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Frequently Asked Questions About Hip Arthroscopy

Arthroscopy is a surgical technique that has revolutionized the way that complex hip conditions are treated. For femoroacetabular impingement (FAI), also called hip impingement syndrome, an arthroscopic repair provides an effective and minimally-invasive alternative to traditional hip surgery. An arthroscopic procedure can also be an appropriate treatment for other common hip problems, including cartilage damage, labral tears, loose bodies, tendonitis, and bursitis. Often, patients of an arthroscopic surgery experience less postoperative pain and a faster recovery than those who receive a traditional procedure.

Arthroscopy has become a routine procedure. Despite all of its benefits, however, it is not an appropriate treatment for every condition or patient. The risk of a complication needs to be seriously considered and it is important to discuss your particular health factors with your surgeon.

This article provides answers to frequently asked questions about hip arthroscopy. For a better understanding of arthroscopy and to determine if surgery is the appropriate treatment for your hip pain or stiffness, schedule an appointment with a hip specialist.

What is Hip Arthroscopy?

Arthroscopic hip surgery is a minimally-invasive procedure that involves two to three small incisions, a high definition camera, and specialized instruments to work inside the hip joint.

The procedure begins with a small incision in the hip that is about 1 cm long. The surgeon then inserts a small camera, called an arthroscope, through the incision. The camera feeds video to a nearby monitor, providing the surgeon with an interior view of the joint. The surgeon will then perform one or two additional incisions in order to insert the specialized instruments they will use to repair the joint.  The surgeon can reshape, remove, and stabilize the various components of the hip without fully exposing the joint. The surgery typically takes about two hours or less.

What Conditions Does Hip Arthroscopy Treat?

Hip arthroscopy can be used to surgically treat femoroacetabular impingement (FAI), or hip impingement syndrome. Arthroscopy is used to treat:

  • Abnormalities of the femoral head: The head of the femur is reshaped and made smooth, allowing it to rotate through its full range of motion.
  • Abnormalities of the acetabulum: The hip socket is reshaped, allowing the femoral head to fit more securely and rotate through its full range of motion.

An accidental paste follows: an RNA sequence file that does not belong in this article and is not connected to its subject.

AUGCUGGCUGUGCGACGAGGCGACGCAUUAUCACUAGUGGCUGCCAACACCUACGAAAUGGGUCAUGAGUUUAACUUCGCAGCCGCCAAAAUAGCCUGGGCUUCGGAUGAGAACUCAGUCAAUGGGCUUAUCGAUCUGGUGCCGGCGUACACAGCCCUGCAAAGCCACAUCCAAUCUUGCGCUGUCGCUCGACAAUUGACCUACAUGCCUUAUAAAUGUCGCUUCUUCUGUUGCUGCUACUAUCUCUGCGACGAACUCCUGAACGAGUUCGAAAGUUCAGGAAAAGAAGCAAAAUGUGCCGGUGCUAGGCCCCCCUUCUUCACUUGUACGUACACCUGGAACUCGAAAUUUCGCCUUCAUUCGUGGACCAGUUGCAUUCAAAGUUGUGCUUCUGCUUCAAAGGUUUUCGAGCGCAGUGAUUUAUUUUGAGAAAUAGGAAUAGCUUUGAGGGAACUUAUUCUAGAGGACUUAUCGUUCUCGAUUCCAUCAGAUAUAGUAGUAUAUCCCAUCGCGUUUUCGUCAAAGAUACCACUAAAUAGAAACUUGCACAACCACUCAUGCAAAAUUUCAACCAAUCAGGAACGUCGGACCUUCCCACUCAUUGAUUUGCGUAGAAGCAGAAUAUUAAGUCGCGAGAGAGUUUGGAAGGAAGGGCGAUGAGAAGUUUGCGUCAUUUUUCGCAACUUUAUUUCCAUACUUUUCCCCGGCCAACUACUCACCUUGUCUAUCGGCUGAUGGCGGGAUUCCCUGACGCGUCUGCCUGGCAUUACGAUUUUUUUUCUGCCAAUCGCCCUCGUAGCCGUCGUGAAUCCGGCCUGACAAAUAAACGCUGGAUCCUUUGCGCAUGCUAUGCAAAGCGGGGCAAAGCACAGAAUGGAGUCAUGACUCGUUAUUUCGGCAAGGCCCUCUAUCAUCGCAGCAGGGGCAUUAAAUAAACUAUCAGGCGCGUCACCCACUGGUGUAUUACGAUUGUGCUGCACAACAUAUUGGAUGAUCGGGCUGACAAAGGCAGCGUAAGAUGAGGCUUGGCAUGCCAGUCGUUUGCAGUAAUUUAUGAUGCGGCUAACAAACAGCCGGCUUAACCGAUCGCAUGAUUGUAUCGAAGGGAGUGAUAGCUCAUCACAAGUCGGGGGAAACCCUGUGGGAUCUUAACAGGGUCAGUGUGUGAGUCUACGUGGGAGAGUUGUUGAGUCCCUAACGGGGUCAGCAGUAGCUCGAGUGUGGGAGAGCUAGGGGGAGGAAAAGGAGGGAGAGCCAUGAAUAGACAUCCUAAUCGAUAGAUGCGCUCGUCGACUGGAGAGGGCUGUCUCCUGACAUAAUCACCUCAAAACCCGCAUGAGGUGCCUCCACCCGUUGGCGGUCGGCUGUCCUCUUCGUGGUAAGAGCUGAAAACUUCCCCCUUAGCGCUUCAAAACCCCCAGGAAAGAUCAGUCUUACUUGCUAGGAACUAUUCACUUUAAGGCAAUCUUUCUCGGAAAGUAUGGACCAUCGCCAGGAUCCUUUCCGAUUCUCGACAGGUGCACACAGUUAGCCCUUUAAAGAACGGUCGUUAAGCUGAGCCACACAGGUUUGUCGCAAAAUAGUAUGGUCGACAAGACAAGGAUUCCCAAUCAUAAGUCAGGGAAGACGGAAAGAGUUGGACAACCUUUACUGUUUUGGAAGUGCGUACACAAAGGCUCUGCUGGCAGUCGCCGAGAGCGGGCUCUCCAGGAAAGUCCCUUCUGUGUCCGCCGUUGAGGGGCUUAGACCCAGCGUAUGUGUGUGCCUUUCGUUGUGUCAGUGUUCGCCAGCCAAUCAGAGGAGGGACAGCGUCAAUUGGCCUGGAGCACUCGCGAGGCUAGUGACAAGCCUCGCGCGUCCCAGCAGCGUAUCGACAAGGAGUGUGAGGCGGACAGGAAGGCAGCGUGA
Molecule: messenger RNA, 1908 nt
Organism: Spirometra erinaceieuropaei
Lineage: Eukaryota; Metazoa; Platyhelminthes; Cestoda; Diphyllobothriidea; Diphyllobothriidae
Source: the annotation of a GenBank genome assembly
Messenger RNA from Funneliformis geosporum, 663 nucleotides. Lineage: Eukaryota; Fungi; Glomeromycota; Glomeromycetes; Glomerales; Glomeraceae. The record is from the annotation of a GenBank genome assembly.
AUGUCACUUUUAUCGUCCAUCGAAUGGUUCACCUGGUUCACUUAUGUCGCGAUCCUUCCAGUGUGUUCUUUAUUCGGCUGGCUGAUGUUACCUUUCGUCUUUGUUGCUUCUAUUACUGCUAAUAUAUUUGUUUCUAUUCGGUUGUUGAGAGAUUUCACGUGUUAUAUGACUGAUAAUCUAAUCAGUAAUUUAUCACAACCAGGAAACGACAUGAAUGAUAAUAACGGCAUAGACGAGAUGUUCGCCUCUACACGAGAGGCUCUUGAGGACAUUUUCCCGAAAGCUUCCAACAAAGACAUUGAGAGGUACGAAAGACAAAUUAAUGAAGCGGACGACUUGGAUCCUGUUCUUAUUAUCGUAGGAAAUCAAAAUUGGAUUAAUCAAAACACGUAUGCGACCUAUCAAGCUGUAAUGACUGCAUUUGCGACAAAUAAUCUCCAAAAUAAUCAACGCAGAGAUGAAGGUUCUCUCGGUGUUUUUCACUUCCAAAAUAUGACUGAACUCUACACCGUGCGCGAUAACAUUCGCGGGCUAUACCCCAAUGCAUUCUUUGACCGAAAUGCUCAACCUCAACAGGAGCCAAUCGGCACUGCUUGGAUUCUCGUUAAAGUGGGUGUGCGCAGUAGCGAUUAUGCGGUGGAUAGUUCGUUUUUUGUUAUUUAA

• Labral tears: Torn labrum is reattached, repaired, and stabilized.
  • Ligamentum Teres Tears: The ligamentum teres can be trimmed and stabilized.
  • Bone cysts: Holes in the femoral head or acetabulum are removed or filled with a bone graft.

In addition to FAI, other conditions that can be treated by hip arthroscopy include:

  • Cartilage damage
  • Loose bodies
  • Labral tears
  • Iliopsoas tendinitis
  • Trochanteric bursitis
  • Synovial disease
  • Adhesive capsulitis
  • Joint sepsis
  • Osteonecrosis

Hip arthroscopy can be performed if there are no apparent signs of arthritis. If moderate to severe arthritis is present, the surgeon may recommend a partial or total hip replacement instead.

What are the Advantages of Hip Arthroscopy?

Less Tissue Damage

Arthroscopic surgery preserves muscles in three ways. First, the surgeon only makes a small number of incisions that are each approximately 1 cm long. Second, the incisions are made on the front side of the hip where there is naturally less muscle. Finally, the procedure is performed with highly specialized instruments that allow the surgeon to work between tissue. The surgeon does not need to cut or remove tissue in order to access the joint.

These aspects of arthroscopic surgery are vastly different from traditional hip surgery. A traditional procedure involves a large incision that is approximately 10-12 inches long. Moreover, muscles and tendons are detached from bones and the femoral head is dislocated from the hip socket in order to have a complete view of the joint.

Less Postoperative Pain

Patients of arthroscopic surgery usually experience less pain because there is less tissue that needs to heal. These patients also require less pain medication.

Faster Recovery